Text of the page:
Comorbidity, Polytherapy, and Drug Interactions in a Neurological Context: An Example of a Multidisciplinary Approach to Promote the Rational Use of Drugs.
Busa G, Burlina A, Damuzzo V, Chiumente M, Palozzo AC.
J pharm pract
PURPOSE: A high number of adverse drug reactions (ADRs), mainly caused by drug-drug interactions (DDIs), occur in neurological wards and few data are available about incidence and prevalence of DDIs in this context. This study investigated-(1) the prevalence of drug-drug and drug-disease interactions in patients admitted to a neurological unit in Italy, (2) the risk factors for DDIs, and (3) the diseases and the drug classes mostly involved in drug-drug and drug-disease interactions.
METHODS: For 2 months, we performed a retrospective, observational study in the neurological unit of St Bassiano Hospital, enrolling 79 patients who received a drug prescription at discharge.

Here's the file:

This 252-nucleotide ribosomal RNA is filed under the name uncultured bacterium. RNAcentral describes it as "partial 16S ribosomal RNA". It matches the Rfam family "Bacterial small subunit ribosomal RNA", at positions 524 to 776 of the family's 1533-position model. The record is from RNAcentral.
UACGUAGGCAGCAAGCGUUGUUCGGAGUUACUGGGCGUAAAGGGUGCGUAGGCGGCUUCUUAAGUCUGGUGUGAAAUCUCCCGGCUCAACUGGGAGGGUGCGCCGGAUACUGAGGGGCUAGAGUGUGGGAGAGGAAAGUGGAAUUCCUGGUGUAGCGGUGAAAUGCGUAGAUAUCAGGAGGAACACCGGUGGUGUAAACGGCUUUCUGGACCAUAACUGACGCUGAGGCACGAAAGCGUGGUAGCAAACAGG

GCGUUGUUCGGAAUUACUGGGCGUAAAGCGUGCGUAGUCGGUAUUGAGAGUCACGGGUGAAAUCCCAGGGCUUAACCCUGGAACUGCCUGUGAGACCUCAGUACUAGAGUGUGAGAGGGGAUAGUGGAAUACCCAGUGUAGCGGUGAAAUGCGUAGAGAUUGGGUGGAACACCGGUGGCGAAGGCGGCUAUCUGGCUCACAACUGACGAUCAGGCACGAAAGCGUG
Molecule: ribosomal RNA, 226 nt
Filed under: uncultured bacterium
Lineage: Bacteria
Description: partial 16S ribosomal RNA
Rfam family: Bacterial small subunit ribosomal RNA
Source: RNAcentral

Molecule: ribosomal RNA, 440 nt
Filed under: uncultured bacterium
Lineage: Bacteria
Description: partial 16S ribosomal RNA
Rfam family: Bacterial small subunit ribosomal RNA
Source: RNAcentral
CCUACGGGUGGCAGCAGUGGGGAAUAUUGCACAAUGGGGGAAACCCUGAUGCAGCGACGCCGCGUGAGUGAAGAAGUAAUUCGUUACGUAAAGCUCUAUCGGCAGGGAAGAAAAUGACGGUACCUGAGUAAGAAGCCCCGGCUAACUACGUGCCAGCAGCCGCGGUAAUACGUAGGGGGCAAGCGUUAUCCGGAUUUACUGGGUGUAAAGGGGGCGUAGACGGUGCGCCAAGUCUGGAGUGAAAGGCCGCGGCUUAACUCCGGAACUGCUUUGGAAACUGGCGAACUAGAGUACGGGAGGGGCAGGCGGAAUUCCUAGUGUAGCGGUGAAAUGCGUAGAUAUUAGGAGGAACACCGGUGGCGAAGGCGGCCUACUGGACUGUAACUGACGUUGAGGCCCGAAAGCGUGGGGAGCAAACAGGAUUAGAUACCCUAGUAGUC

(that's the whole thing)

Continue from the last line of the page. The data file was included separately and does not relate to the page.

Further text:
RESULTS: About half of the patients were discharged with 5 or more prescribed drugs, and 72% of patients showed potential, clinically relevant DDIs. Linear correlations were observed between age and number of prescribed drugs (P < .01) and between age and number of interactions (P < .01). The number of prescribed drugs was associated with the number of detected DDIs (P < .01). The application of drug interaction alerts and the use of medication inappropriateness criteria (ie, Beers criteria) were not satisfactory in choosing the best therapy for each patient. Therefore, multidisciplinary discussion of each clinical case was required.
CONCLUSION: The study demonstrated that the neurological patient, especially if elderly, has a high risk of DDI and ADRs and that many of these can be avoided by case discussion in multidisciplinary team meetings, in which the presence of a dedicated clinical pharmacist is crucial.
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